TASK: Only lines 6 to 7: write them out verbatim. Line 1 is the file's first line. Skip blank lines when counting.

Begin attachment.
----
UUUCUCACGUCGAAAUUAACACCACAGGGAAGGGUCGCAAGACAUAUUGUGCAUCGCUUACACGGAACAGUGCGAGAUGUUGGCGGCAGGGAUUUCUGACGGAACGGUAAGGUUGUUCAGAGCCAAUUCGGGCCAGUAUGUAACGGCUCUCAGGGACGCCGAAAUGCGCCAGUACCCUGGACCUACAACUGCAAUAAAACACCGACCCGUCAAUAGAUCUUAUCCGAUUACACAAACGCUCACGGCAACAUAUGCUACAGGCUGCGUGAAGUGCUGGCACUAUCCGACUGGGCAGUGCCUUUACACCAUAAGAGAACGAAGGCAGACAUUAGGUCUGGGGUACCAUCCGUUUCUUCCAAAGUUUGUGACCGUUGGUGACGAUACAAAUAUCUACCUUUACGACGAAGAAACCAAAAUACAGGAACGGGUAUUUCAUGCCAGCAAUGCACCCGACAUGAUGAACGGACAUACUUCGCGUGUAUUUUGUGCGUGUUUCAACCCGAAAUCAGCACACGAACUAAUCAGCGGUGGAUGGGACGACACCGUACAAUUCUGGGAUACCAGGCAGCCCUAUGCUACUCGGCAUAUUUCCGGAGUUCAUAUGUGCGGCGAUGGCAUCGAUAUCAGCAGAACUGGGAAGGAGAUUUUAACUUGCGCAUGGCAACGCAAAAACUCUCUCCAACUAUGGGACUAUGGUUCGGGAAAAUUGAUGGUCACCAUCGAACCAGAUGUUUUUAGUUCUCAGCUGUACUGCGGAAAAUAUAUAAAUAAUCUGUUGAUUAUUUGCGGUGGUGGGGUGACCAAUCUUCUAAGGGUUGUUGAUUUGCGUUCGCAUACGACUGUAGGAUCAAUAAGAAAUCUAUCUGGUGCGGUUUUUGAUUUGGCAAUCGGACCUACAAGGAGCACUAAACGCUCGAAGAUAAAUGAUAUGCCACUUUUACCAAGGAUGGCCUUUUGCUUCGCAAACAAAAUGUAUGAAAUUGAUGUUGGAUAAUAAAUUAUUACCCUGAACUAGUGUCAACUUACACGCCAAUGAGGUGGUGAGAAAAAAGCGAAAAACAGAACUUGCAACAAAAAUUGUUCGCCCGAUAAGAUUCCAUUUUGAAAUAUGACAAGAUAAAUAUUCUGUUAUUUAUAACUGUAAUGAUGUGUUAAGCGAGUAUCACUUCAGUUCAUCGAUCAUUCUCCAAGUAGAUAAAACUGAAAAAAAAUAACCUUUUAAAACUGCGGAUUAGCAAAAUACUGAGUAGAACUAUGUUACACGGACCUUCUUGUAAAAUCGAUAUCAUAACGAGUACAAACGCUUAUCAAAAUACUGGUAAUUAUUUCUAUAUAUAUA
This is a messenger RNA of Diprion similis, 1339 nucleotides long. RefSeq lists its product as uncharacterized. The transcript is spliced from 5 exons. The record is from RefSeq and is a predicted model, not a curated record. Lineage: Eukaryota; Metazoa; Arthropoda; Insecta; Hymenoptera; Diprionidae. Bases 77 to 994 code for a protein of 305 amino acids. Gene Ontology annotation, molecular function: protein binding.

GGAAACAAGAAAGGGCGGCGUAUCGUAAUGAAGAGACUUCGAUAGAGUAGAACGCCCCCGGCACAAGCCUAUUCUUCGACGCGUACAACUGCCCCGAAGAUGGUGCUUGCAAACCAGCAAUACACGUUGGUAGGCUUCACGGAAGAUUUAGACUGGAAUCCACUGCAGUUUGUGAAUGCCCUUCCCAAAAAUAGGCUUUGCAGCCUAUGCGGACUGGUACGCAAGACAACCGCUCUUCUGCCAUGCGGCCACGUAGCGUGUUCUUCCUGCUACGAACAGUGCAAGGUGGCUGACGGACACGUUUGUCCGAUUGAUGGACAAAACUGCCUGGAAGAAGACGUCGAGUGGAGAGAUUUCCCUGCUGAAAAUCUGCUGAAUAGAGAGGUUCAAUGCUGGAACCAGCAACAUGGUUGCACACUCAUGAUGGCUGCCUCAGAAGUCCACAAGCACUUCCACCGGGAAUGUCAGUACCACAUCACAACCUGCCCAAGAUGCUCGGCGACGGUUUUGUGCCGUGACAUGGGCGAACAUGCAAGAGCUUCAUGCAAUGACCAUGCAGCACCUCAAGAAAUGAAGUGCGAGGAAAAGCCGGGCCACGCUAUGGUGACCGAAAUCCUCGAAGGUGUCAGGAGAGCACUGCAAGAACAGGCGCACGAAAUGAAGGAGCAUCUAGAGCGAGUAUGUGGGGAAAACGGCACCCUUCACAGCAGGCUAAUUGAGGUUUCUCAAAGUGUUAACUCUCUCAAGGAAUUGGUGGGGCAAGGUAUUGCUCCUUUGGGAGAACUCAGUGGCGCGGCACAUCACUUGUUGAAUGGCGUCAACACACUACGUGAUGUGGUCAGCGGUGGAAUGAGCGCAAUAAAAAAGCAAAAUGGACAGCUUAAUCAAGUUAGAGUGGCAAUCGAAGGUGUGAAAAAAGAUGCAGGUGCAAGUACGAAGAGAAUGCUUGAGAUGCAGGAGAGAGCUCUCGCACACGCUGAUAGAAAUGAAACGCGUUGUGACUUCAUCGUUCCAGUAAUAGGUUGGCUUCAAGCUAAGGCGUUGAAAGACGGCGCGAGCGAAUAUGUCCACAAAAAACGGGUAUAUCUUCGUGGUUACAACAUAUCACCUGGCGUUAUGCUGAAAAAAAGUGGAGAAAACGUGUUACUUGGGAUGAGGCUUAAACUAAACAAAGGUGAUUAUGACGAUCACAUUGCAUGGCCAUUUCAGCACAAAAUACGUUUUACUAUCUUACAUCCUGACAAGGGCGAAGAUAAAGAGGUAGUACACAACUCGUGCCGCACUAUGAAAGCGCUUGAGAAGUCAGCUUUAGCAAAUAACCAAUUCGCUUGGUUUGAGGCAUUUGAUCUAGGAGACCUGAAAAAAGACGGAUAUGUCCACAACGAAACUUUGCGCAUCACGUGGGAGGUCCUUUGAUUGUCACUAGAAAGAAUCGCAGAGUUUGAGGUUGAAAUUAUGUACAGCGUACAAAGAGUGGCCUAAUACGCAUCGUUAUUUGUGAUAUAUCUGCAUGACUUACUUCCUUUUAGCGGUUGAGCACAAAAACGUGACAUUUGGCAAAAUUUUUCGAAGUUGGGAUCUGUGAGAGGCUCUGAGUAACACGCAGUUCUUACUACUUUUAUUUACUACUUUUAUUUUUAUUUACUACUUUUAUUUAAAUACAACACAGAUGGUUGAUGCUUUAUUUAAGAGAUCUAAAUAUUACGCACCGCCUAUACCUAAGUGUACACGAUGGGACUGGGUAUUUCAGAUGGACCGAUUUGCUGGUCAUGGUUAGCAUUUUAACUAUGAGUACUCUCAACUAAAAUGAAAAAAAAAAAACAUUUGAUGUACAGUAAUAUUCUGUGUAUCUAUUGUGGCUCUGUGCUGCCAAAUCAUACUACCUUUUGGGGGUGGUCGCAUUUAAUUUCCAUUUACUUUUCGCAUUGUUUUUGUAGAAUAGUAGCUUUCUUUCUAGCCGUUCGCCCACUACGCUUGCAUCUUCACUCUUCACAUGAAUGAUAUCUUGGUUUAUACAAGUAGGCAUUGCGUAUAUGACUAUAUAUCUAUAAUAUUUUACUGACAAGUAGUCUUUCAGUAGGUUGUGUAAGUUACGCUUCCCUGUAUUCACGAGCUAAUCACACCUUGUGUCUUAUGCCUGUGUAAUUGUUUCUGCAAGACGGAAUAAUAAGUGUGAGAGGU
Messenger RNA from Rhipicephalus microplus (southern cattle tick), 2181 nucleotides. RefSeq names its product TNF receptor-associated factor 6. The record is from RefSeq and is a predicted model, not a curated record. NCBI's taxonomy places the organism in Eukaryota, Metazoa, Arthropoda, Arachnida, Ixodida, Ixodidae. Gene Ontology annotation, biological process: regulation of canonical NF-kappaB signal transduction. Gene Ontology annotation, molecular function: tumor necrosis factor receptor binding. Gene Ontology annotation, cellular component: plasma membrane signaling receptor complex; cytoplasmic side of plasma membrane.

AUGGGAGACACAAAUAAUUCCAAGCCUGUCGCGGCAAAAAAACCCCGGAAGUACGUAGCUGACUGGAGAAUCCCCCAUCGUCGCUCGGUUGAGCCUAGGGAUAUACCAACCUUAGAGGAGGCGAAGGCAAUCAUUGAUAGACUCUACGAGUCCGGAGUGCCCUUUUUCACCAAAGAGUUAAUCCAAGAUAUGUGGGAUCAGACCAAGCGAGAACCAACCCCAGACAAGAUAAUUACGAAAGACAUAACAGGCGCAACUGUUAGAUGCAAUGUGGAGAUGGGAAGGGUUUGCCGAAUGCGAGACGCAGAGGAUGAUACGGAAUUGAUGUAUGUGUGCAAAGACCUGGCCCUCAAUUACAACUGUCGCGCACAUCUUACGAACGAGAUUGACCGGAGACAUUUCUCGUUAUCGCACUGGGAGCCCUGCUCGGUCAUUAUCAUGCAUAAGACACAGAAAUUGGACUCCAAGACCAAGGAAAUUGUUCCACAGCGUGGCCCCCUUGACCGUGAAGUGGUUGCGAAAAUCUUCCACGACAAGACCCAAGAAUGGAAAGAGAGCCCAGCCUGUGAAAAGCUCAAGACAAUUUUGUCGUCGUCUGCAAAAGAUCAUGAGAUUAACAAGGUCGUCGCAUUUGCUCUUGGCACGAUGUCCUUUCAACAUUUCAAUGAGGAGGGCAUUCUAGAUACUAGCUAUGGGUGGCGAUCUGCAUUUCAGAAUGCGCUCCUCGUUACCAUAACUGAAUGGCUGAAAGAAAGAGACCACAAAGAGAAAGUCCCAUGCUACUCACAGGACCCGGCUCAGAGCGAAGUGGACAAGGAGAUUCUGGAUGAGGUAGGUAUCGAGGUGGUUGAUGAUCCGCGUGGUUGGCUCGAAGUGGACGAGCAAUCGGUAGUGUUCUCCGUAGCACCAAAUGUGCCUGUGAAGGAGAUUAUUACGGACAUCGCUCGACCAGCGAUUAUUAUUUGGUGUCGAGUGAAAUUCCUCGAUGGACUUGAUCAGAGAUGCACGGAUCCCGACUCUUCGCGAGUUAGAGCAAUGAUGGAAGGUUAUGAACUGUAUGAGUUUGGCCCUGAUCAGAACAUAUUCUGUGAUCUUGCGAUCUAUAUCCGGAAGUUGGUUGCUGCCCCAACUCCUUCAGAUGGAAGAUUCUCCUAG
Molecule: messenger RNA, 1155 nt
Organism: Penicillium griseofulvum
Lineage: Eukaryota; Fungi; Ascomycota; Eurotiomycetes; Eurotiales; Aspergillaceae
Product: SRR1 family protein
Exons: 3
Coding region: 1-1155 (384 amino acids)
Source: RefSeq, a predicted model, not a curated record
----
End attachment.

Molecule: messenger RNA, 1155 nt
Organism: Penicillium griseofulvum